Now that more people know about my plans, I'm starting to get more varied responses. Most have been encouraging, of course. People are happy for me and wish me well. They think it's exciting. They say that they'd do it, too, if they could. (They can, of course, but they really don't want to. That's a whole different topic, though). Some people are skeptical. They look at me like I've lost my mind. (And I very well may have. It wasn't doing me any good, anyways). Lots of people are curious and interested to hear more about Costa Rica. You might be interested in the common questions and my answers (which are the result of several months of reading and research - all second hand information - I'm no expert yet).
Where exactly are you going?
It's in Central America, between Nicaragua and Panama. No, it's not an island. No, it's not Puerto Rico. I'll start out in San Jose, which is the capital and right in the middle of the country. I hope to end up in a city outside of San Jose. I won't be right on the beach, as there aren't too many teaching jobs there. But it's only a few hours from San Jose to the beach by bus. The whole country is about the size of West Virginia.
Where will you live?
A former ESL student of mine is from Costa Rica and has generously offered me the use of her house. That'll get me started until I find my own place. I browse the housing classifieds at costarica.craigslist.org almost daily and I see plenty of reasonable apartments. I don't think I'll have a problem getting settled. But since I don't know where I'll end up, I don't want to commit to anything ahead of time.
What are you taking with you? What are you doing with all your stuff?
I plan on taking a duffel bag of clothes, a few books, and a laptop. From various other moves in the past few years, I've already gotten rid of many of my belongings. This time I'm really simplifying. I'm leaving a few boxes with my parents, but almost everything else has been given away or trashed. It's a fresh start. I don't want to go to a new country with a ton of baggage, literally or figuratively.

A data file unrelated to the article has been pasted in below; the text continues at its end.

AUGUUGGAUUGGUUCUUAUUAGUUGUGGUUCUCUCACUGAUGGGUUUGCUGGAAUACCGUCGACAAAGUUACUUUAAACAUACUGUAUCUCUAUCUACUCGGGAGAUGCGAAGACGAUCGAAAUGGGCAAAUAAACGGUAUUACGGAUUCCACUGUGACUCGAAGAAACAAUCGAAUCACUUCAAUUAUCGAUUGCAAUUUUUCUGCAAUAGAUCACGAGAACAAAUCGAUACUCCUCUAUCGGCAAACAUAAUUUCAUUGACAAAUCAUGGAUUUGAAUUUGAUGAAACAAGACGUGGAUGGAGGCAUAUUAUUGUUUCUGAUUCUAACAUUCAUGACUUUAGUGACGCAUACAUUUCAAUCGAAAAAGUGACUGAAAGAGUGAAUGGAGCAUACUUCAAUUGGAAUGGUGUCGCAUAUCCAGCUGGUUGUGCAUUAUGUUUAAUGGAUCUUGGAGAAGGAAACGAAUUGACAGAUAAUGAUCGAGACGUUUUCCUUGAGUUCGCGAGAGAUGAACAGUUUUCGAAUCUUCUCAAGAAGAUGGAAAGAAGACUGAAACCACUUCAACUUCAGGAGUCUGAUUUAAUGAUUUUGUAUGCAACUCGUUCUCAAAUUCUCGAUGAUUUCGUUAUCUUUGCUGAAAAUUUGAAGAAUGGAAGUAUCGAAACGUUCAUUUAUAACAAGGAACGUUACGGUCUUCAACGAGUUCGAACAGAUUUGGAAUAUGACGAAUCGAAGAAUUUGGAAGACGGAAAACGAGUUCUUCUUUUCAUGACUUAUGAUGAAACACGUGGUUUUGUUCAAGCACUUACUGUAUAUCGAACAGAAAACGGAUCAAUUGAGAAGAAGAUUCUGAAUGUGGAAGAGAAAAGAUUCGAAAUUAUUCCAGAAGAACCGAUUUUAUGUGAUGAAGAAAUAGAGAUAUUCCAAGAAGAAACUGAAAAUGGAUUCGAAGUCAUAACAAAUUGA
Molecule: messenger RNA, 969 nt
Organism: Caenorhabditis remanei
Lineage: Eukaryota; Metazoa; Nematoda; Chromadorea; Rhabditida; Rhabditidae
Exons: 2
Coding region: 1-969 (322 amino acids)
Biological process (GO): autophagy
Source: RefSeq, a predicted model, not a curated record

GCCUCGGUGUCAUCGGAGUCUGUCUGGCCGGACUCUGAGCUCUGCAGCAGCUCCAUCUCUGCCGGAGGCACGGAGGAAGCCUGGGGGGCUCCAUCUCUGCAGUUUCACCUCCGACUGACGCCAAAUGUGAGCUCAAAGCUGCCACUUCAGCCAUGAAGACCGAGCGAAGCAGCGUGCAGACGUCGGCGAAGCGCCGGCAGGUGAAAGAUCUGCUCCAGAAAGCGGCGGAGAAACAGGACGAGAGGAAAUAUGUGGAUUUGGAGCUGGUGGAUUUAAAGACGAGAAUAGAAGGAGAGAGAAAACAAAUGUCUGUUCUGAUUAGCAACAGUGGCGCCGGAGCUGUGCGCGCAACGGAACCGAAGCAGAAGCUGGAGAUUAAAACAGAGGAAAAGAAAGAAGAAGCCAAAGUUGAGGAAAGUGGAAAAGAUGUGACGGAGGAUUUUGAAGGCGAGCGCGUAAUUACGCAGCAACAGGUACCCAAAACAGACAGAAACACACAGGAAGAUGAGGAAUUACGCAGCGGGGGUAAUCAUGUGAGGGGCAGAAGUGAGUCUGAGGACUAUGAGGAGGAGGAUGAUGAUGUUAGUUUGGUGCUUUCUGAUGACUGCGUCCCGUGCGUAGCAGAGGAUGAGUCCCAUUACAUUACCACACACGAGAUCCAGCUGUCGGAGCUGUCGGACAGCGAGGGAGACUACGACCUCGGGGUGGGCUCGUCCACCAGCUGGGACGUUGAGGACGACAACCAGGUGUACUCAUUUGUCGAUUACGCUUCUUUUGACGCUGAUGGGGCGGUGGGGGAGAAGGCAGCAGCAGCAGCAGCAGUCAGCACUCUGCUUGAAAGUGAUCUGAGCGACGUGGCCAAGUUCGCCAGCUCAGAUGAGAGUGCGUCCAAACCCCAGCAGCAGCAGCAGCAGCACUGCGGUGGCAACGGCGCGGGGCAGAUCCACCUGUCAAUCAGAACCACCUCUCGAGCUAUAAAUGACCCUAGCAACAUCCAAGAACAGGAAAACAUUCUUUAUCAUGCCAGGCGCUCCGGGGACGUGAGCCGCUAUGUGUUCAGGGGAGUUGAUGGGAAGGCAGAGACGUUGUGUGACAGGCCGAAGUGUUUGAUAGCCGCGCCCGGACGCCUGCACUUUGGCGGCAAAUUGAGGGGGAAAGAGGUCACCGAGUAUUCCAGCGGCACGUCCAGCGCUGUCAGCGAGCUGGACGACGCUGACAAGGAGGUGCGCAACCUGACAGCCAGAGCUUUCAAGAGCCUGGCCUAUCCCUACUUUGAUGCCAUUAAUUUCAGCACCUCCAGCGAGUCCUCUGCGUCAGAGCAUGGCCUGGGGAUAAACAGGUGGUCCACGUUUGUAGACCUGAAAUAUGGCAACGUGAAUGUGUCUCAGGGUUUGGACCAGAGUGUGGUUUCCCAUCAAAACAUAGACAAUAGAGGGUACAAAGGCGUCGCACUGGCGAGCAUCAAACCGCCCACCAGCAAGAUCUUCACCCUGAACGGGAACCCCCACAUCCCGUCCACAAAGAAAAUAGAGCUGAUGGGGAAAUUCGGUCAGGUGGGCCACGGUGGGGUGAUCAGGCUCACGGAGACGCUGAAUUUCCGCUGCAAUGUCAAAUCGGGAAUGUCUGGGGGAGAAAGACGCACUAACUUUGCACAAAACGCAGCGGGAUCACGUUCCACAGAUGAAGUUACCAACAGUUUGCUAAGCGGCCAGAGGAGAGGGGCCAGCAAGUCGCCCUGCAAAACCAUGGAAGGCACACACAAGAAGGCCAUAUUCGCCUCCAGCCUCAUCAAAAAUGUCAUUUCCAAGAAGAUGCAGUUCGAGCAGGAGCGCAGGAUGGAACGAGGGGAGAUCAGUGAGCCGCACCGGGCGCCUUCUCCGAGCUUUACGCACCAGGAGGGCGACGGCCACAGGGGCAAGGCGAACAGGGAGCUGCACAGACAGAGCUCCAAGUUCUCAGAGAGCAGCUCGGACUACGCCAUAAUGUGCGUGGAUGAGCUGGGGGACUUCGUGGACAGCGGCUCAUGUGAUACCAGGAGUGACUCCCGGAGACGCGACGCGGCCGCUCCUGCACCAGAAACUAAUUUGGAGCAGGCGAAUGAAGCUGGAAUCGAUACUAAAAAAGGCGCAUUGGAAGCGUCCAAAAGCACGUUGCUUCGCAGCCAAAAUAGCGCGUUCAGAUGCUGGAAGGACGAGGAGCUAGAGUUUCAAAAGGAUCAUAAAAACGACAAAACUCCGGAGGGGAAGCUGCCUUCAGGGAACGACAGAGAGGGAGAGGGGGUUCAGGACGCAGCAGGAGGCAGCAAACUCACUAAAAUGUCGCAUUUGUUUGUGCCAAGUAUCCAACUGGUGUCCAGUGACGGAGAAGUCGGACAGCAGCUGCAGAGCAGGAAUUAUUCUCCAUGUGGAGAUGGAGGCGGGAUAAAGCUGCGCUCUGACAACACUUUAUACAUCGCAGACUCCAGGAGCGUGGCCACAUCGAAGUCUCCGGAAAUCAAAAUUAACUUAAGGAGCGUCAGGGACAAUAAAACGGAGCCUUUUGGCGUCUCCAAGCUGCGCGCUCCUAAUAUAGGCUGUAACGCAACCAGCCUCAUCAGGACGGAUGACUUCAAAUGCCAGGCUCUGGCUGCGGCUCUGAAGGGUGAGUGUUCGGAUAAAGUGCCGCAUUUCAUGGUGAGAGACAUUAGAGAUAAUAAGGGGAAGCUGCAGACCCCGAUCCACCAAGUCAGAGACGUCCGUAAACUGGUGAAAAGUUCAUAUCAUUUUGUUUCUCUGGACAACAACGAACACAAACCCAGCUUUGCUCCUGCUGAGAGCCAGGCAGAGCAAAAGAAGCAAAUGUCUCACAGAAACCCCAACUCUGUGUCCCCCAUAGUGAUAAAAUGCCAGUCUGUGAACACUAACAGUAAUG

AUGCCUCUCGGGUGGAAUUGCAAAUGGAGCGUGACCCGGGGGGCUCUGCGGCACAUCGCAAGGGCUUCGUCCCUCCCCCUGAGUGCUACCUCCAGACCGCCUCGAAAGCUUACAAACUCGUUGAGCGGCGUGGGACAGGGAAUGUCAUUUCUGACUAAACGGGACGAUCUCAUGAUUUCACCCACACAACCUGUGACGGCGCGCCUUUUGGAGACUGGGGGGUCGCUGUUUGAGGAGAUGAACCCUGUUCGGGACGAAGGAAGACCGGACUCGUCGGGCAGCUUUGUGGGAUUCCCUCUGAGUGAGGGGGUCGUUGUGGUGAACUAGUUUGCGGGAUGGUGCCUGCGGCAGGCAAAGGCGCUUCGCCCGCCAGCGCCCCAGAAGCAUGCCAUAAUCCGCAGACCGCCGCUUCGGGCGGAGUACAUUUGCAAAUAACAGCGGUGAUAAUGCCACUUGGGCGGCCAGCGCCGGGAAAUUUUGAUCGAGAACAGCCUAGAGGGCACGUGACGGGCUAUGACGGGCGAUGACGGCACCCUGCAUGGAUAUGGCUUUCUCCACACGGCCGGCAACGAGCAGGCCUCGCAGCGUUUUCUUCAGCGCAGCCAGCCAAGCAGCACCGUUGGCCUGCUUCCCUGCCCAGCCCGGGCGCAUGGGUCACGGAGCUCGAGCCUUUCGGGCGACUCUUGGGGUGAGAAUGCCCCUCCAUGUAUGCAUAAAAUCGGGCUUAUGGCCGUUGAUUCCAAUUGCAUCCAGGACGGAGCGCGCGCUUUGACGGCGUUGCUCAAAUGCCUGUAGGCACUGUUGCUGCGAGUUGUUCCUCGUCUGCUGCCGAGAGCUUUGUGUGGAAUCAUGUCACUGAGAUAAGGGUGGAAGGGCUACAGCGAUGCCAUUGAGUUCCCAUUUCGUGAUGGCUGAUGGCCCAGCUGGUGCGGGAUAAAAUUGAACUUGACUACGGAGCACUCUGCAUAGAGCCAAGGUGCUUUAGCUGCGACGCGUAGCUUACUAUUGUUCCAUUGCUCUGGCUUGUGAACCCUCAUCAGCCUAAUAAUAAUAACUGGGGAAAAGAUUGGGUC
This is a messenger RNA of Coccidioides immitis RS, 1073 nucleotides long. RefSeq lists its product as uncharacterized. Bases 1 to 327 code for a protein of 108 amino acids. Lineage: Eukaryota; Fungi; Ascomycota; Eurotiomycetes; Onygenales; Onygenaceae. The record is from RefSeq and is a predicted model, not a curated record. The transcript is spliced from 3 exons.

How will you get around?
Costa Rica has a good, cheap bus system. I plan to make use of it. There are taxis, too. And walking is good exercise. I won't have a car. The roads are scary and I'd like to be car-free for awhile.
Do they have nude beaches?
You know, I hadn't actually researched that. Thanks for the idea!
Is it safe? Aren't they in a civil war or something? What about the drug cartel?
It's as safe as the United States. There's petty theft, but no real violent crimes. Just like in any city, there are muggings and scam-artists. No war. They don't have a military. Costa Rica is considered "the Switzerland of Central America."
Can you drink the water? What will you drink? What will you eat?
The water's safe. The coffee is excellent. The beer and rum are supposedly fine, too. The food is mainly beans and rice, with some meat. Lots of different fruits and veggies. It looks good to me. I don't think I'll go hungry or thirsty.
Where will you work? Who will you teach? Do they have real schools?
Since I don't have a job lined up yet, I don't know exactly where I'll be teaching. But they do have "real" schools, from elementary up to university-level. Quite a few of them, actually. And there are lots of language schools, too. There is a large demand for business English teachers, so I will likely end up teaching adults rather than children. I'm fine with that.
Do you have to get a special visa?
The Costa Rican government has made it very difficult for foreigners to get work visas. They value their native employees. Fair enough. My passport allows me to stay in the country for 90 days. If I leave the country for a few days and cross the border, I'm allowed to stay for another 90 days. Etc, etc, etc.
Do you know Spanish?
Well, no, not really. I know a few basics and can recognize some written words. I studied French, which is just similar enough to be confusing. I hope to pick up Spanish quickly once I'm immersed in it, though. Barring that, I'll have to stick to the main cities where there are more English speakers.
Do you have to get shots? What if you get sick?
No, Costa Rica does not require any vaccinations. I'll likely get some sort of traveler's health insurance just in case something major happens. They actually have rather good medical care. Some people even take special vacations there just to get dental work or cosmetic surgery done because the quality is high and the cost is cheap.
Will you have Internet access?
The main cities have DSL, wireless hotspots, and Internet cafes. Dial-up is available nearly country-wide. I should be able to get connected at least occasionally.
What about phones?
I won't have one of my own. The phone system is a government-run monopoly. They only allow residents to have phones. And residents may only have two cell phones each. I'll use Skype if possible.
What is there to do there?
I'm not going to a different country to sit on my butt and watch TV, that's for sure. So I'll find other things to do with my time. There are lots of national parks (rainforests and volcanoes) for hiking and visiting monkeys and such. There are bars and beaches. Heck, even things as simple as going shopping will be an adventure considering I'll be in a different country and don't know the language. I'll be very busy, I'm sure.
Don't you have to watch out for the tootsie fly?
I think you mean tsetse fly. And you're thinking of Africa.
Labels: costa rica